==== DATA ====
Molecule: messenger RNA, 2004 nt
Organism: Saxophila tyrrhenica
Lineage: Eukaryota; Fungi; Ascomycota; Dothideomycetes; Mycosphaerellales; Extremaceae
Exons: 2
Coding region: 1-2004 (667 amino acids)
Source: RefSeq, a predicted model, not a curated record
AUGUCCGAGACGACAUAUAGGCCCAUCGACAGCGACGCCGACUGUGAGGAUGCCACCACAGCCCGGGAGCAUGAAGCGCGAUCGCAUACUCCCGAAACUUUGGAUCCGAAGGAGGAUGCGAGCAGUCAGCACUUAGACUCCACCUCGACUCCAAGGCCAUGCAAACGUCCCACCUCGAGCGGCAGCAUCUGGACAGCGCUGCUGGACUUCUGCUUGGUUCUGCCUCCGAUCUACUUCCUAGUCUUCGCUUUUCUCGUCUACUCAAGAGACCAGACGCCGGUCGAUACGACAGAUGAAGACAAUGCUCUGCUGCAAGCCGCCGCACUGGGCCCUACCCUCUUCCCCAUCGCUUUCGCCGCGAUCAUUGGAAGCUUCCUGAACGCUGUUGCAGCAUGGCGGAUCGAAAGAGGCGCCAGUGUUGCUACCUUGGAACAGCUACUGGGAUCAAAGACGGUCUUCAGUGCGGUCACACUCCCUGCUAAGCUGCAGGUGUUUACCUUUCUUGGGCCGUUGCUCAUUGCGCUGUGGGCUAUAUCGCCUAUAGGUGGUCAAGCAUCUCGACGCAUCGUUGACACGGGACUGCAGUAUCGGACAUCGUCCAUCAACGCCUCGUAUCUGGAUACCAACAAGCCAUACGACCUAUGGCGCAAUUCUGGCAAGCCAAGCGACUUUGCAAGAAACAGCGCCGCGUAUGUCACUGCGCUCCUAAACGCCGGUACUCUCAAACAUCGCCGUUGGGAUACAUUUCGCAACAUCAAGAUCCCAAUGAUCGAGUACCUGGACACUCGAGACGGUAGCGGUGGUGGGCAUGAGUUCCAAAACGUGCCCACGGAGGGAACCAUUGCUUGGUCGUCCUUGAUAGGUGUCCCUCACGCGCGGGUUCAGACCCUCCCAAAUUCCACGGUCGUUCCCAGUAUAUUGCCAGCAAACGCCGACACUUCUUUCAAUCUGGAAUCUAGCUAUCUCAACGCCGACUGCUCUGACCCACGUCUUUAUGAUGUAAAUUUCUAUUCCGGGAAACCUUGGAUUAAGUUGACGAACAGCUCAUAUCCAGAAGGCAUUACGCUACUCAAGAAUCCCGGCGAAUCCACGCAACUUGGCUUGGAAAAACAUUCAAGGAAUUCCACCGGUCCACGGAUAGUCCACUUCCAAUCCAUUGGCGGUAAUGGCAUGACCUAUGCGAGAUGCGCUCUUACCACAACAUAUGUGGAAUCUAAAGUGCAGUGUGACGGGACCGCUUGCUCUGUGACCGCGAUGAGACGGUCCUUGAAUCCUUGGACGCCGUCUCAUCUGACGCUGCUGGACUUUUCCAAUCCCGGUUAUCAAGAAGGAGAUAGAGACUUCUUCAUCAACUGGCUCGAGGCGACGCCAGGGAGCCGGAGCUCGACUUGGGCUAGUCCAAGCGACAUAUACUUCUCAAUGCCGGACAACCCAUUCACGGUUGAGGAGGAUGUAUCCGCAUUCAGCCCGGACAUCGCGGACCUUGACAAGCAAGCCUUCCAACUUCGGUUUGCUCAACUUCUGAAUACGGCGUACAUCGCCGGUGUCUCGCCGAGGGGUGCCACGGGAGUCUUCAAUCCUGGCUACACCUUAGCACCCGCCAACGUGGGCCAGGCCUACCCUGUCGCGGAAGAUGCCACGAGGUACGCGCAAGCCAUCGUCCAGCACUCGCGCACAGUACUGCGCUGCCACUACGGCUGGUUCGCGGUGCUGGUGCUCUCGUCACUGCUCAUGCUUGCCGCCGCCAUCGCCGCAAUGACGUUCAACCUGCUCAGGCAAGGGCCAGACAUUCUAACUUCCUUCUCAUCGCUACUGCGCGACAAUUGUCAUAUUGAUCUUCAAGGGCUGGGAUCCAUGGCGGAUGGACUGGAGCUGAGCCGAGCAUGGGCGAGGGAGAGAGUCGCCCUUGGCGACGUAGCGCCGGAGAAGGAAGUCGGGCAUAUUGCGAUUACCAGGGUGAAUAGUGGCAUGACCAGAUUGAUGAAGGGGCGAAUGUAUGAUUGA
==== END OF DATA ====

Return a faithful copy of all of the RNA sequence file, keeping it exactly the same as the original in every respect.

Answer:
Molecule: messenger RNA, 2004 nt
Organism: Saxophila tyrrhenica
Lineage: Eukaryota; Fungi; Ascomycota; Dothideomycetes; Mycosphaerellales; Extremaceae
Exons: 2
Coding region: 1-2004 (667 amino acids)
Source: RefSeq, a predicted model, not a curated record
AUGUCCGAGACGACAUAUAGGCCCAUCGACAGCGACGCCGACUGUGAGGAUGCCACCACAGCCCGGGAGCAUGAAGCGCGAUCGCAUACUCCCGAAACUUUGGAUCCGAAGGAGGAUGCGAGCAGUCAGCACUUAGACUCCACCUCGACUCCAAGGCCAUGCAAACGUCCCACCUCGAGCGGCAGCAUCUGGACAGCGCUGCUGGACUUCUGCUUGGUUCUGCCUCCGAUCUACUUCCUAGUCUUCGCUUUUCUCGUCUACUCAAGAGACCAGACGCCGGUCGAUACGACAGAUGAAGACAAUGCUCUGCUGCAAGCCGCCGCACUGGGCCCUACCCUCUUCCCCAUCGCUUUCGCCGCGAUCAUUGGAAGCUUCCUGAACGCUGUUGCAGCAUGGCGGAUCGAAAGAGGCGCCAGUGUUGCUACCUUGGAACAGCUACUGGGAUCAAAGACGGUCUUCAGUGCGGUCACACUCCCUGCUAAGCUGCAGGUGUUUACCUUUCUUGGGCCGUUGCUCAUUGCGCUGUGGGCUAUAUCGCCUAUAGGUGGUCAAGCAUCUCGACGCAUCGUUGACACGGGACUGCAGUAUCGGACAUCGUCCAUCAACGCCUCGUAUCUGGAUACCAACAAGCCAUACGACCUAUGGCGCAAUUCUGGCAAGCCAAGCGACUUUGCAAGAAACAGCGCCGCGUAUGUCACUGCGCUCCUAAACGCCGGUACUCUCAAACAUCGCCGUUGGGAUACAUUUCGCAACAUCAAGAUCCCAAUGAUCGAGUACCUGGACACUCGAGACGGUAGCGGUGGUGGGCAUGAGUUCCAAAACGUGCCCACGGAGGGAACCAUUGCUUGGUCGUCCUUGAUAGGUGUCCCUCACGCGCGGGUUCAGACCCUCCCAAAUUCCACGGUCGUUCCCAGUAUAUUGCCAGCAAACGCCGACACUUCUUUCAAUCUGGAAUCUAGCUAUCUCAACGCCGACUGCUCUGACCCACGUCUUUAUGAUGUAAAUUUCUAUUCCGGGAAACCUUGGAUUAAGUUGACGAACAGCUCAUAUCCAGAAGGCAUUACGCUACUCAAGAAUCCCGGCGAAUCCACGCAACUUGGCUUGGAAAAACAUUCAAGGAAUUCCACCGGUCCACGGAUAGUCCACUUCCAAUCCAUUGGCGGUAAUGGCAUGACCUAUGCGAGAUGCGCUCUUACCACAACAUAUGUGGAAUCUAAAGUGCAGUGUGACGGGACCGCUUGCUCUGUGACCGCGAUGAGACGGUCCUUGAAUCCUUGGACGCCGUCUCAUCUGACGCUGCUGGACUUUUCCAAUCCCGGUUAUCAAGAAGGAGAUAGAGACUUCUUCAUCAACUGGCUCGAGGCGACGCCAGGGAGCCGGAGCUCGACUUGGGCUAGUCCAAGCGACAUAUACUUCUCAAUGCCGGACAACCCAUUCACGGUUGAGGAGGAUGUAUCCGCAUUCAGCCCGGACAUCGCGGACCUUGACAAGCAAGCCUUCCAACUUCGGUUUGCUCAACUUCUGAAUACGGCGUACAUCGCCGGUGUCUCGCCGAGGGGUGCCACGGGAGUCUUCAAUCCUGGCUACACCUUAGCACCCGCCAACGUGGGCCAGGCCUACCCUGUCGCGGAAGAUGCCACGAGGUACGCGCAAGCCAUCGUCCAGCACUCGCGCACAGUACUGCGCUGCCACUACGGCUGGUUCGCGGUGCUGGUGCUCUCGUCACUGCUCAUGCUUGCCGCCGCCAUCGCCGCAAUGACGUUCAACCUGCUCAGGCAAGGGCCAGACAUUCUAACUUCCUUCUCAUCGCUACUGCGCGACAAUUGUCAUAUUGAUCUUCAAGGGCUGGGAUCCAUGGCGGAUGGACUGGAGCUGAGCCGAGCAUGGGCGAGGGAGAGAGUCGCCCUUGGCGACGUAGCGCCGGAGAAGGAAGUCGGGCAUAUUGCGAUUACCAGGGUGAAUAGUGGCAUGACCAGAUUGAUGAAGGGGCGAAUGUAUGAUUGA